If Nigeria gives half the attention it has been giving to cattle in the last five years to its children, people like my friend, Yinka Ogunde, and other members of the Concerned Parents and Educators Network (CPEN), would have little to worry about. She and other members of the CPEN could rest assured that the Nigeria of their dreams would soon become a reality.
For some time now, public discussions has centred on the N100 billion that the federal government allegedly offered the Miyetti Allah Kautal Hore, the umbrella body for cattle herders associations in Nigeria, to placate its members. While government has denied ever being in any money talk with the group, the cattle herders, through their general secretary, Mr. Saleh Alhassan, said the group had asked government for the money to construct ranches for members. Saleh further clarified that N100 billion was approved for herders in 2014 by the Goodluck Jonathan administration but that the money didn’t get to the herders at the grass roots.
This is a huge investment, especially in a country where a paltry N2 billion is usually voted for the take-off of a university. In fact, the entire budgetary allocation to the education sector in 2019 is N620 billion, representing 7.02 per cent of Nigeria’s N8.83 trillion total budget. Yet, there were already over 13 million Nigerian out-of-school children in 2015. The figure would have increased since it is difficult to point to anything that has really been done to lower it. According to the United Nations Children’s Fund (UNICEF), one in every five out-of-school children in the world is in Nigeria.
The majority of the out-of-school children in Nigeria are said to be in the North, which incidentally is the region hosting the largest number of cattle herders in the country. However, while prominent bodies in the North such as the Northern Elders Forum and the Arewa Youth Council have issued statements on the plight of cattle herders and their cows, they have not shown the same level of concern for the plight of their children. Similarly, the northern governors have not seen any reason to either declare an emergency in their education sector or shift the narrative from cows to children. Give it to the Miyetti Allah group, it has done a good job fighting for its members and for the survival of their cattle business. Even when some people have said that grass is grass and that cows don’t really know the difference between a ranch and open grazing, the herders’ association is still hell bent on protecting its cows. This is why it is difficult to ignore the unavailability of a strong voice in the north championing the cause of the innocent out-of-school children in the region. Granted that cattle are of economic value to herders, children are actually the future of this country.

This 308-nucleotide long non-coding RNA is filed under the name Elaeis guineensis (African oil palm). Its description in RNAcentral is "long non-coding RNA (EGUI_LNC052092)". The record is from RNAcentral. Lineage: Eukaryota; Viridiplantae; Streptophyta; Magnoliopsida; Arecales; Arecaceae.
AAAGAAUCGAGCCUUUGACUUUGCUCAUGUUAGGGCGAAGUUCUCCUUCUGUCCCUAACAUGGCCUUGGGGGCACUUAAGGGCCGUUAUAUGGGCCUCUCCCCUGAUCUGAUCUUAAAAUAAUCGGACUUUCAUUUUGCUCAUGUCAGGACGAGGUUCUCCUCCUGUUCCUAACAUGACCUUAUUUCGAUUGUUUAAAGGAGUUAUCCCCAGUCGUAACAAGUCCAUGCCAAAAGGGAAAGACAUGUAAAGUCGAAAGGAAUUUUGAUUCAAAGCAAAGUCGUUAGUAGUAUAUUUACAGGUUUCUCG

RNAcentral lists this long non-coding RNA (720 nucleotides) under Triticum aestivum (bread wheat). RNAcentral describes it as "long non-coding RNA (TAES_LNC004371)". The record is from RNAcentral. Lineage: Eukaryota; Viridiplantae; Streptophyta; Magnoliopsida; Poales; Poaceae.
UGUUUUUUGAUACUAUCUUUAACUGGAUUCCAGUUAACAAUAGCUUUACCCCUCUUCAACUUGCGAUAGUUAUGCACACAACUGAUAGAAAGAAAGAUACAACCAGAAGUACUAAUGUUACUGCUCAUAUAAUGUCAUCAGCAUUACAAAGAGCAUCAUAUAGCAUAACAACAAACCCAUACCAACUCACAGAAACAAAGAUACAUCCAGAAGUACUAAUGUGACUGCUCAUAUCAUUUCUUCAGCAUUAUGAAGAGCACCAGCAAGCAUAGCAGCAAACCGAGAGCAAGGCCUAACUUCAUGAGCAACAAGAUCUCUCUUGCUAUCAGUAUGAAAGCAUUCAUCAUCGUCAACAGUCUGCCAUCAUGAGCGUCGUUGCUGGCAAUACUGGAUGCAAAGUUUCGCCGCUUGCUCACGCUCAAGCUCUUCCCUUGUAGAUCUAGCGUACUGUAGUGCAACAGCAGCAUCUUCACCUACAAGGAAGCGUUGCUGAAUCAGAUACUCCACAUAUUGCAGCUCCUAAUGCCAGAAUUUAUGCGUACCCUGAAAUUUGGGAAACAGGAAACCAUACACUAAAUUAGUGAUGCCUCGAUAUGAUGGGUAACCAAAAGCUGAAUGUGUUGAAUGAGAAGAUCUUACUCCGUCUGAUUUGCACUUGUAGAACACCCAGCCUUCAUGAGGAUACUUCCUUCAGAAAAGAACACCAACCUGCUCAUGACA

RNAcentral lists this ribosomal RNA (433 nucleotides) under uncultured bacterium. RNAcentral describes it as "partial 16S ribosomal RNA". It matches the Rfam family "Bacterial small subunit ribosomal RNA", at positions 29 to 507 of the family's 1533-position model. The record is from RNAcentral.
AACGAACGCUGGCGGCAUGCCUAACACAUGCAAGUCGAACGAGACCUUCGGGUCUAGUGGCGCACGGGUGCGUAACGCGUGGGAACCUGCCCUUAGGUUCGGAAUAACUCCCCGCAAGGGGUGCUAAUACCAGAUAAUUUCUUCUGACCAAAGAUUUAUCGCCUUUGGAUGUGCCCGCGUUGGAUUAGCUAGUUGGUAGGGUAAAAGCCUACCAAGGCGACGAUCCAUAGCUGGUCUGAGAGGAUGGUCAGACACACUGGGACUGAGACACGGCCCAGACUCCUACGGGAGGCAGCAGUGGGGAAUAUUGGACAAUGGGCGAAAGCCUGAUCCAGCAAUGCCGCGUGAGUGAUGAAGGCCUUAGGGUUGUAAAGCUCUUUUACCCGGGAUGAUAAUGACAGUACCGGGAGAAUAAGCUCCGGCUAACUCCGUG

Our leaders love the good things of life… The only problem is that they think that they are the only ones who deserve to live well. That is probably why they don’t mind superintending the collapse of public educational institutions in their country, while shamelessly enriching other countries that have turned their own educational systems to export service.
Today, the Almajiri system holds sway in the north. But their pretentious leaders will claim the system is both cultural and religious, and therefore a touchy issue. Yet, they send their own children to the best schools in the world. Their children don’t carry plates from house to house begging for food. Only the children of the poor do that. The poor should be the ones to preserve the so-called Almajiri culture.